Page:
Aunt Stella’s Ashes isn’t some glorified solo vehicle or cover band; this is a straight ahead unit of sympathetic musical personalities who sound and play like they’ve found their musical path. Their new single “Shades of Gray” opens with a fluid bass guitar attack augmented by some powerful drumming from Patrick Schiavo before the song comes fully alive. The band’s ambition to write and record dark, intense heavy rock in the vein of acts like Alice in Chains and Black Label Society is carried off quite well here and with a hint of instrumental excellence in the snake-like way the tempo continues to slither through the entirety of the tune. Schiavo’s drumming is recorded with great urgency and has a physicality coming through from the first that never fails to work in subtle rhythmic shifts. “Shades of Gray”, without ever sounding strained or self-indulgent, has a strong orchestrated side that helps give it more power.


Tim Schichtel’s lyrics and vocals are one of the keys to the song’s success, but they are never presented as anything else than another element in the band’s musical arsenal. Schichtel sings along with the arrangement rather than juxtaposing his voice against the musical backing, but the vocal melody exercises enough independence from the instrumental melodies that it gives the song added creative depth. The lyrics, likewise, are tailored to serve the song and broach familiar subject matter, but the writing manages to capture something individual about the band’s point of view without ever compromising their connection with casual listeners. It’s obvious that Schichtel never really pushes his voice here, but the subtle modulations along the way enhance the track’s level of drama without ever stepping outside its borders. Even on a recording, the chemistry between the vocals and band is tangible.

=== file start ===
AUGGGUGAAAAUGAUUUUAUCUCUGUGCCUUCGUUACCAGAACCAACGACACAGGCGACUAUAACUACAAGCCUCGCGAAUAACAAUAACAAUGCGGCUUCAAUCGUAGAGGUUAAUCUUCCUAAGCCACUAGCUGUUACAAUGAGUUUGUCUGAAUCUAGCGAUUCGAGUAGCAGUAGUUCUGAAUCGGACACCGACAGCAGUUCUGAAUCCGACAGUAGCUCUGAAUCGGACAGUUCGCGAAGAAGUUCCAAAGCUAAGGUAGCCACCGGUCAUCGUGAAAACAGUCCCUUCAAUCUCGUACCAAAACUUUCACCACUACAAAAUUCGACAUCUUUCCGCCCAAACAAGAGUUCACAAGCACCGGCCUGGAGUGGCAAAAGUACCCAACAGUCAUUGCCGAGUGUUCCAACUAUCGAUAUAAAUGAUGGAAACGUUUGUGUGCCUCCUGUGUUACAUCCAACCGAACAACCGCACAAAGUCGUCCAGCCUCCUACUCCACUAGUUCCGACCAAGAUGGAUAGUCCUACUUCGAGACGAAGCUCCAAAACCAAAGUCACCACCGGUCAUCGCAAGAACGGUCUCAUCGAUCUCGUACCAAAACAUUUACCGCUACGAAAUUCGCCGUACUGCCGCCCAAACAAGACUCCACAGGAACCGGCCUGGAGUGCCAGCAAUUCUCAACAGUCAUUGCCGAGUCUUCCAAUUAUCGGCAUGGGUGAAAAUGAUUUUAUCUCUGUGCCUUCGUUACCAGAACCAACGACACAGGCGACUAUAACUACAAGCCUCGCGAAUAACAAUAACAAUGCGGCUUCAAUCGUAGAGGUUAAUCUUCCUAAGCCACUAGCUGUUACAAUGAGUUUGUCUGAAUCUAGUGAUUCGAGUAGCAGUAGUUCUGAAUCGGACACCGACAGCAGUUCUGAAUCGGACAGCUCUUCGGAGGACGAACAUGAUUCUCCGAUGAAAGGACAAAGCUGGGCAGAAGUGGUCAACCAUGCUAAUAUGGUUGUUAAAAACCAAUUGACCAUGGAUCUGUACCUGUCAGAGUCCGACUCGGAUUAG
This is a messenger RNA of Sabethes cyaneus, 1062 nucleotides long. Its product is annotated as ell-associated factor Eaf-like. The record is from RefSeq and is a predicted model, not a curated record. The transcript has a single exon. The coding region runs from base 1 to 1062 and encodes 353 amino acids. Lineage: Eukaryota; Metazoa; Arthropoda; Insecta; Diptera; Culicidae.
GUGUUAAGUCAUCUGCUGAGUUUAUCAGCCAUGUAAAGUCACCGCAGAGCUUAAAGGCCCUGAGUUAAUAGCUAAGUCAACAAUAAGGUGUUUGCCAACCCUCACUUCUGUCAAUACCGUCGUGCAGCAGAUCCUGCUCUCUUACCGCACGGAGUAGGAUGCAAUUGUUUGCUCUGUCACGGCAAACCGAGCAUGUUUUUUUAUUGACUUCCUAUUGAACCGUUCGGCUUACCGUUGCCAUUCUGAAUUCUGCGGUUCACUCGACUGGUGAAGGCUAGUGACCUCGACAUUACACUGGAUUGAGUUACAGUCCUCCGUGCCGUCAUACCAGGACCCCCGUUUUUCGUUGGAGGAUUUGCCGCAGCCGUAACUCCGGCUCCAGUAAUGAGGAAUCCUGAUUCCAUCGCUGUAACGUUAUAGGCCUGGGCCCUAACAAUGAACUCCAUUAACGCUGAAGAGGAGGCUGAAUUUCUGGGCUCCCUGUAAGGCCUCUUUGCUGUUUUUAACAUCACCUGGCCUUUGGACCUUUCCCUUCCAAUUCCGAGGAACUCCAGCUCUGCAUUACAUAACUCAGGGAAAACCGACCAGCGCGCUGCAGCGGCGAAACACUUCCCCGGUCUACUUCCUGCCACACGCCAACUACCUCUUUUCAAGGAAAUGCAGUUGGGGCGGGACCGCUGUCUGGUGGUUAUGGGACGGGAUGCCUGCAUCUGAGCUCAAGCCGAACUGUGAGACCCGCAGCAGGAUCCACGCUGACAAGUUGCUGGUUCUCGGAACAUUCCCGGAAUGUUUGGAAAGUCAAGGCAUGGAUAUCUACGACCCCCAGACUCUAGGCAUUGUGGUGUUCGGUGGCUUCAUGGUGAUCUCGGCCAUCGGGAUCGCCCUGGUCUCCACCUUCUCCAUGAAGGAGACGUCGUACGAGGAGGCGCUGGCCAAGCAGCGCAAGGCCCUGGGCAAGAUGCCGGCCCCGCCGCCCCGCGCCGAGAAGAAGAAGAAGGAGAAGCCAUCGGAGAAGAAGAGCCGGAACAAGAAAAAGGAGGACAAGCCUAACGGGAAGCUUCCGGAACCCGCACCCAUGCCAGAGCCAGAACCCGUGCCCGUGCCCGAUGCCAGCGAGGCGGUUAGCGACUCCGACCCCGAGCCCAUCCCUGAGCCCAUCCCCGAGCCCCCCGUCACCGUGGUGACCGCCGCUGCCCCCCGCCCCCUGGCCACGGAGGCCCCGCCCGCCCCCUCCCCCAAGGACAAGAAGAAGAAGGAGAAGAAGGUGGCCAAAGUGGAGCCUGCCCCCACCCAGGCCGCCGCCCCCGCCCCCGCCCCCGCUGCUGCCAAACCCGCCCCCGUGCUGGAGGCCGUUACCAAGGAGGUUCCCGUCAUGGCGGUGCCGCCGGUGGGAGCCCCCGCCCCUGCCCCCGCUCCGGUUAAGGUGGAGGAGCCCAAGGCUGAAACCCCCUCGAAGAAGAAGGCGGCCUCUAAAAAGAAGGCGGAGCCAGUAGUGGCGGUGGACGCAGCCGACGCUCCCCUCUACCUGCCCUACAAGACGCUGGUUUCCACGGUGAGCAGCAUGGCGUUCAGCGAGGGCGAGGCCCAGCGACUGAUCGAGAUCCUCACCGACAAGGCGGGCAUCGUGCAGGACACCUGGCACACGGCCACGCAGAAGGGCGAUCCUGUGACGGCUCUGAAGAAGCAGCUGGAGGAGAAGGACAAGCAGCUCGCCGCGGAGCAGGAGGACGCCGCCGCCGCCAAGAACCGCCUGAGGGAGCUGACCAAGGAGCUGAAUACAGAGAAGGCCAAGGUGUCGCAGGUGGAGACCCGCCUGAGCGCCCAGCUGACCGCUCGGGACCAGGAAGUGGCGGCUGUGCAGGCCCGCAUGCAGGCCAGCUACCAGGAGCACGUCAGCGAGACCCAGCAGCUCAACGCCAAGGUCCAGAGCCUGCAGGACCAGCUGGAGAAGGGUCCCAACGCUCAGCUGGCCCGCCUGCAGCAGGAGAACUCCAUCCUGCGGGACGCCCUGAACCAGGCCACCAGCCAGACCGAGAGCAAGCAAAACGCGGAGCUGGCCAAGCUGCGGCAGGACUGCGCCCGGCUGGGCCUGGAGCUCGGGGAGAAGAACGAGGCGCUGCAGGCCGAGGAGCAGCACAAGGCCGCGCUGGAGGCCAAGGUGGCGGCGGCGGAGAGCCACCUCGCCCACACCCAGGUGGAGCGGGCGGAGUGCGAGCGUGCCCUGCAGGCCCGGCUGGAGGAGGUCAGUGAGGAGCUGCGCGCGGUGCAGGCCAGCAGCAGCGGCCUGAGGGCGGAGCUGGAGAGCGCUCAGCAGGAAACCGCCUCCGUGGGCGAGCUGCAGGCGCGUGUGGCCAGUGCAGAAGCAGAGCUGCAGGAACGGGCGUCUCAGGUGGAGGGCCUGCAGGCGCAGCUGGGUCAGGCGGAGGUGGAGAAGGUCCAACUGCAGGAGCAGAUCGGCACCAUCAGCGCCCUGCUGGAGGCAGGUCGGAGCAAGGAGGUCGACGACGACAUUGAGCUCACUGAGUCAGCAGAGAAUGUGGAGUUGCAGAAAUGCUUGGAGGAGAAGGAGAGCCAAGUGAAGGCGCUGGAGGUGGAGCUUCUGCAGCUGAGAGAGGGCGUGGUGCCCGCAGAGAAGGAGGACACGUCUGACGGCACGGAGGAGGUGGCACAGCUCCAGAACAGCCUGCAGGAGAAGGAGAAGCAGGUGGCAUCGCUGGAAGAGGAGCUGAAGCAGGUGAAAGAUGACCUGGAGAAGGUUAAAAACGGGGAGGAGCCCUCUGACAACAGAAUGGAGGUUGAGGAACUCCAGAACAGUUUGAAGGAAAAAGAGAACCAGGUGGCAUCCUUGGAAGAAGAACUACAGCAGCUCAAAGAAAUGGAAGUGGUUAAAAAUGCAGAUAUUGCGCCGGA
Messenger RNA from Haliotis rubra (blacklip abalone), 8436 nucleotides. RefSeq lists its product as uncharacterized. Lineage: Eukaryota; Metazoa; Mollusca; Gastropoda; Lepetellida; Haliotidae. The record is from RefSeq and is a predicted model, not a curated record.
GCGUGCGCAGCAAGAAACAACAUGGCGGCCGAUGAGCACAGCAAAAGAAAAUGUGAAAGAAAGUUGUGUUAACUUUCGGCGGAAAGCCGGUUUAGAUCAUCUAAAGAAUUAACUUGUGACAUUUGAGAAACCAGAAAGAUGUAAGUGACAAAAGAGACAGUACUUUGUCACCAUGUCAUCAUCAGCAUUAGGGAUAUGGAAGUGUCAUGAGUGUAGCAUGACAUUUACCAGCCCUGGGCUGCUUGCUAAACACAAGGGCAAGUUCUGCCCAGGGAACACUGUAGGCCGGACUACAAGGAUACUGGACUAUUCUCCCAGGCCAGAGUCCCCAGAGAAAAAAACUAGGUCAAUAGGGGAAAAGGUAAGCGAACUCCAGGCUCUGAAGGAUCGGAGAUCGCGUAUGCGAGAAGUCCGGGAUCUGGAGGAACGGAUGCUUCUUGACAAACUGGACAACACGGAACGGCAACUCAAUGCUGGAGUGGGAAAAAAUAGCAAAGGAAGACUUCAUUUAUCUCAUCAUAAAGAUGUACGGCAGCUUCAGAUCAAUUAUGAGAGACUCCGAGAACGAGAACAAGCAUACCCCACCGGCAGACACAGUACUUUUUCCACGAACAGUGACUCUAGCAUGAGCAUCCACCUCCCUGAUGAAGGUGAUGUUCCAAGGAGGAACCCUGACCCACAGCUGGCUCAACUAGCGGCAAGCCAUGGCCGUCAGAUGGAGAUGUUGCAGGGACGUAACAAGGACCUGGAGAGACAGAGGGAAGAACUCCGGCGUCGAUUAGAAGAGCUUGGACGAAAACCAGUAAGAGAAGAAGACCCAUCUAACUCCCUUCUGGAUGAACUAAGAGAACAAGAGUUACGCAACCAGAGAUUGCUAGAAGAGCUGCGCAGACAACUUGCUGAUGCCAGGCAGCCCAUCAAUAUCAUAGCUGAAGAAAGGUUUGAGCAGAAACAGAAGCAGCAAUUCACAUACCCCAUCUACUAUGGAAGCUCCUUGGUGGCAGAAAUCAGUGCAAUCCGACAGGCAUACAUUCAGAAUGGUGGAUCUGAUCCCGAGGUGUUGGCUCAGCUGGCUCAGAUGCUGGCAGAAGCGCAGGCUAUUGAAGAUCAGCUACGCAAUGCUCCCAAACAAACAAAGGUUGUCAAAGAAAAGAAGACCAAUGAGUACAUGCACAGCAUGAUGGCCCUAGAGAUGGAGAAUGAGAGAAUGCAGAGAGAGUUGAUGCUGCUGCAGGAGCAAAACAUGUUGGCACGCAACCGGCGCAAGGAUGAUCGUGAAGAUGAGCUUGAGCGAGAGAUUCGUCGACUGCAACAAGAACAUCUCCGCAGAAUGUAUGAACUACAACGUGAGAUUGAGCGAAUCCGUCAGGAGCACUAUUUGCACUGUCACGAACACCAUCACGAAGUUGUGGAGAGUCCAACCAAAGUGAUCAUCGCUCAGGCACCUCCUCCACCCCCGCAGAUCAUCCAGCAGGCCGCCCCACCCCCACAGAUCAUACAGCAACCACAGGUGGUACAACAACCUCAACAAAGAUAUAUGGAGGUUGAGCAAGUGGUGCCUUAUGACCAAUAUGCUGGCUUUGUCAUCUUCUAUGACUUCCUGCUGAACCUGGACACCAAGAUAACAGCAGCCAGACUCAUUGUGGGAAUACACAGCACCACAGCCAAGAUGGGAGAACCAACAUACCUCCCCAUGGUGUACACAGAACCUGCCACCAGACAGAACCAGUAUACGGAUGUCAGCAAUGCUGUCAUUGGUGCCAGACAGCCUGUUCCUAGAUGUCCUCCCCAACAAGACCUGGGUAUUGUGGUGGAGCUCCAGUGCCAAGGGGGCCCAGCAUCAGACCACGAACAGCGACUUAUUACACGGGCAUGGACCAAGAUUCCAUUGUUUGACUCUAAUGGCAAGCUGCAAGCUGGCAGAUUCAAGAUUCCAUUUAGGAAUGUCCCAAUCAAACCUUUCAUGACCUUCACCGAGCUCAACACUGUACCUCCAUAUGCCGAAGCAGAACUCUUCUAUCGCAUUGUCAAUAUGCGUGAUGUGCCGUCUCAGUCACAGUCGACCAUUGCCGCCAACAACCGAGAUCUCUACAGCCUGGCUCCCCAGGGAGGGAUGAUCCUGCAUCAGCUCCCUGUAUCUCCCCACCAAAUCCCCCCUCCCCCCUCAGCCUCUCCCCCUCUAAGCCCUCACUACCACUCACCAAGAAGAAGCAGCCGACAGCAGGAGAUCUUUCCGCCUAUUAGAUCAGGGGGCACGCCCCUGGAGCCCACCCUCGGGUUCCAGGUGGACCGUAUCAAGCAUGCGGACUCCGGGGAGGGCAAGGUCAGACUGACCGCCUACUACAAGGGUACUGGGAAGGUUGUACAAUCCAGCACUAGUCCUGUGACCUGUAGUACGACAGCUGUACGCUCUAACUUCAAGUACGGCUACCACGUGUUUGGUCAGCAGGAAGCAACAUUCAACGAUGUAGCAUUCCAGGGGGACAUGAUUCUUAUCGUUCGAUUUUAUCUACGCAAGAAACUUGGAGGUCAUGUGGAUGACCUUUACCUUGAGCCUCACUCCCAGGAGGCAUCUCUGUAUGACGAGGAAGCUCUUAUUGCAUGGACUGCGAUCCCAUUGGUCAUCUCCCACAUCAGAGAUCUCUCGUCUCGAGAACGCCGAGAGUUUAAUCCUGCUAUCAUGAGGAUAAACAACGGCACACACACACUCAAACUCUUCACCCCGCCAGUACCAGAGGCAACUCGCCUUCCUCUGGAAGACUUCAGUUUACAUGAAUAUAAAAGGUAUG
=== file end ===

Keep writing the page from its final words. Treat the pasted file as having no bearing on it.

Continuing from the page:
The guitar duo of Kevin Smerdon and Dano Spangler are virtually indistinguishable throughout much of the release, but this isn’t a bad thing. They balance presenting a coherent, unified musical front for listeners against selected moments when they choose to step out with moments of personal flourish. The lead guitar break just after the song’s mid point is a telling example of how these two six string masters are able to draw clear and productive distinctions between their respective styles. The rhythm section, aside from Schiavo’s strengths discussed earlier in the review, really benefit from a synergistic connection with the bass that remains one of the song’s production focuses throughout. Aunt Stella’s Ashes have a distinctive name that stands out without ever seeming gaudy, they’ve obviously transmuted a bevy of influences into an unique sound all their own, and opening for a number of top shelf and/or iconic live acts reflects the growing level of respect they are earning from fans and their music world peers alike. “Shades of Gray” continues the upward swing for this band and let’s hope it spreads their name further than ever before.




Shannon Cowden